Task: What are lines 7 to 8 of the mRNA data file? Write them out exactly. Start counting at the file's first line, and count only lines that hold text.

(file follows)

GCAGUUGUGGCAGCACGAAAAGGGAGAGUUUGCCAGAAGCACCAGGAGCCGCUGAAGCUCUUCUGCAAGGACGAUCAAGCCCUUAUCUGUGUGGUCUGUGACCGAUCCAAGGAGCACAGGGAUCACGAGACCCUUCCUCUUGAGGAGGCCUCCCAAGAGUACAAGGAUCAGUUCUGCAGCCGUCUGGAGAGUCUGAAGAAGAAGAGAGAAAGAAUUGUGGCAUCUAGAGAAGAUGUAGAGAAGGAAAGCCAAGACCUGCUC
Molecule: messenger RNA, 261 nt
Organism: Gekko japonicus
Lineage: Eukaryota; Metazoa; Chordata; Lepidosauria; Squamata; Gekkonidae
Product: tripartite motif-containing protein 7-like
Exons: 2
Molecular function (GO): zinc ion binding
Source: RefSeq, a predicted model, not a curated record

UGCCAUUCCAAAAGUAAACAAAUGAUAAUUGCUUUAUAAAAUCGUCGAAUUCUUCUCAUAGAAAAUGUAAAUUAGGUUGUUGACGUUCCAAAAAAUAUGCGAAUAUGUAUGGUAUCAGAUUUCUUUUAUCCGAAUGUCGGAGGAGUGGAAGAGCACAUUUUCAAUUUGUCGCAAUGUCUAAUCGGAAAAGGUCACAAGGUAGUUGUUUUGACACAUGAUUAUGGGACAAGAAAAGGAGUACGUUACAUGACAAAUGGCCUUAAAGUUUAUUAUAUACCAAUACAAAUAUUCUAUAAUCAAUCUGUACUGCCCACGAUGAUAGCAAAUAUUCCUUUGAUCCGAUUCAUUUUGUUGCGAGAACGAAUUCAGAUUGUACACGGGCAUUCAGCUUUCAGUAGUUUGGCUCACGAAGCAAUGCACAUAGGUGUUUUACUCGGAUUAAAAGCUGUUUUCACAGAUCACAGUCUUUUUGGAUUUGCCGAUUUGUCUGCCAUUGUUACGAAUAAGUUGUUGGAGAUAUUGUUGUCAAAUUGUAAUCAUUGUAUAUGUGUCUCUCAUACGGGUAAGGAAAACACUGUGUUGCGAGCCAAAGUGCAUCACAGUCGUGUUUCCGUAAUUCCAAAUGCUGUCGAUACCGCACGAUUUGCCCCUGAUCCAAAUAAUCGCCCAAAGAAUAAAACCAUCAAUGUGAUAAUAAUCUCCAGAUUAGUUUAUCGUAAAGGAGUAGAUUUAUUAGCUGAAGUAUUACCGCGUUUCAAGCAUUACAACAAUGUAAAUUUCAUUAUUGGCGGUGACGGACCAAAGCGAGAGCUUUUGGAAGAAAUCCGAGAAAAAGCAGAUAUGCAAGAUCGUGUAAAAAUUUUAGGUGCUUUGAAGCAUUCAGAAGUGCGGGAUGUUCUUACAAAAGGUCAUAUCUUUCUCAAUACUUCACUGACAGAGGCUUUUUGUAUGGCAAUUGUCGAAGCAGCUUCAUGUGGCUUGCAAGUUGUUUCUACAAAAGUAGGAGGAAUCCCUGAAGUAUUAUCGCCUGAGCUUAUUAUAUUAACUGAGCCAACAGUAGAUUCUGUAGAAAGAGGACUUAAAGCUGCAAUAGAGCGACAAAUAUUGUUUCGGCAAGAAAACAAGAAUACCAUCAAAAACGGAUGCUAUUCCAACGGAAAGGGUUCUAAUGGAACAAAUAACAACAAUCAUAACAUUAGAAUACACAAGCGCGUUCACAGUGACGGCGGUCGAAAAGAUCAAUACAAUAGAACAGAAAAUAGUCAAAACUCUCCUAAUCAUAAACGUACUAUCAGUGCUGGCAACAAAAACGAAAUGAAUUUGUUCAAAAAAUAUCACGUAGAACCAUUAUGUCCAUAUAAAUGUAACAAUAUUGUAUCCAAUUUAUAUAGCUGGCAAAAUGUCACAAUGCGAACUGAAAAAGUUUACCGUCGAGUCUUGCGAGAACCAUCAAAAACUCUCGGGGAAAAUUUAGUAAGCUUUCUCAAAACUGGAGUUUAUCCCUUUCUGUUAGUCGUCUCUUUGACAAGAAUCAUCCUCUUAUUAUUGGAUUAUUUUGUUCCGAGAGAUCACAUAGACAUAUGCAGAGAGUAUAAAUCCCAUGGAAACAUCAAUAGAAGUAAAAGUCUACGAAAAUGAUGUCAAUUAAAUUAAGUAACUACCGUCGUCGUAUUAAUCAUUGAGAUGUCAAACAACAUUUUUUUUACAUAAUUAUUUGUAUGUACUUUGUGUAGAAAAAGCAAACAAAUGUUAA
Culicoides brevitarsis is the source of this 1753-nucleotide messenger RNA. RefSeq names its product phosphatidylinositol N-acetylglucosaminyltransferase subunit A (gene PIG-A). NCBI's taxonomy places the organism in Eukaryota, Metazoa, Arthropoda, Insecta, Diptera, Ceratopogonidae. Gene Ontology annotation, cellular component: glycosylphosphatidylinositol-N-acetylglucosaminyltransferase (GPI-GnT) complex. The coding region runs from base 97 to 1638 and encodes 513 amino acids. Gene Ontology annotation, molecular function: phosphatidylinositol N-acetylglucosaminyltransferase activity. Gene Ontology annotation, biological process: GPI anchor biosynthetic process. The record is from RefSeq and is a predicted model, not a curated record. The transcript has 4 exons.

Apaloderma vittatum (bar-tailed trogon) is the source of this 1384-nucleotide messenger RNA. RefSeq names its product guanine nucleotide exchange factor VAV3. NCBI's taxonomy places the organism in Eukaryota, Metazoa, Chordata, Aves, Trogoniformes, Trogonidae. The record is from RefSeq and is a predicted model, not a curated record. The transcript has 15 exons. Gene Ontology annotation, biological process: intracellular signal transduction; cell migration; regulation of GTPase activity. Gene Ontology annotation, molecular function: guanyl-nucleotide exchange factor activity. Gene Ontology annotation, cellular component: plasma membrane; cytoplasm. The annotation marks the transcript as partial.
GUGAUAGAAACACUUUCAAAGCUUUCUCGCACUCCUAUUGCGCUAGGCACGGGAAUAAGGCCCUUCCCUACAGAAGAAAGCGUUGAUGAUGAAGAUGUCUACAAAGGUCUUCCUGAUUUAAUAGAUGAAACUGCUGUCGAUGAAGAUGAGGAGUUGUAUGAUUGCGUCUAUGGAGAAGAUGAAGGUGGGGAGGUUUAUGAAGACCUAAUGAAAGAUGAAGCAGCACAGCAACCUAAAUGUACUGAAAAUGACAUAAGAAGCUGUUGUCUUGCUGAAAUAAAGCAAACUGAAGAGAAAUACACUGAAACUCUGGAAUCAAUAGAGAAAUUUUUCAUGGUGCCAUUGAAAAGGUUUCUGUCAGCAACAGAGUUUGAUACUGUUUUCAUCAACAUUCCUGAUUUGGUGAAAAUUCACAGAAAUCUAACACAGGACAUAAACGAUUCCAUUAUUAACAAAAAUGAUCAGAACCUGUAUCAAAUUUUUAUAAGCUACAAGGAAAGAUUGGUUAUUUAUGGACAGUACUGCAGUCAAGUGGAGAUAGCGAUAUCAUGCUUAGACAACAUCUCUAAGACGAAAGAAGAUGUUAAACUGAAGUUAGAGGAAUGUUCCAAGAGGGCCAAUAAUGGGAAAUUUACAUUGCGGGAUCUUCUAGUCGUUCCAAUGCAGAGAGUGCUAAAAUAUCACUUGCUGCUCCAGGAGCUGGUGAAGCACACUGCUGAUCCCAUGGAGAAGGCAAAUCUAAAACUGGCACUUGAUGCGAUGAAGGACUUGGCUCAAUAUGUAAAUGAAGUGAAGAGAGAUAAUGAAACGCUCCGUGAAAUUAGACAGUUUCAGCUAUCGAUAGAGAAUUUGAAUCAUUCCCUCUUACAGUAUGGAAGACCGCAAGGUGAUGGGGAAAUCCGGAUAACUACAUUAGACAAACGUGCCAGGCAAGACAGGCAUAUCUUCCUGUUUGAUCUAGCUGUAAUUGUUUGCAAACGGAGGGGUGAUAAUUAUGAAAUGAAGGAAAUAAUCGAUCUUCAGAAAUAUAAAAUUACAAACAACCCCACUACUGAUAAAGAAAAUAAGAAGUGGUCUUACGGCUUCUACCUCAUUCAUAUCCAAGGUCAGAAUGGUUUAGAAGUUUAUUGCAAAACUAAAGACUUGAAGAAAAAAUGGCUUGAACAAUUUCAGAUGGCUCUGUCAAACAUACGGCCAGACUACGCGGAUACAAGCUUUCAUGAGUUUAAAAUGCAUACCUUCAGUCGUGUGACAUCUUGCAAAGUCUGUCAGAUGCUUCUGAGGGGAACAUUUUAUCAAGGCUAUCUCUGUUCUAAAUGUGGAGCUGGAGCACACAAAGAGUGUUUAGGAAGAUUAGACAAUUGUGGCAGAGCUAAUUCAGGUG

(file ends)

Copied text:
Molecular function (GO): zinc ion binding
Source: RefSeq, a predicted model, not a curated record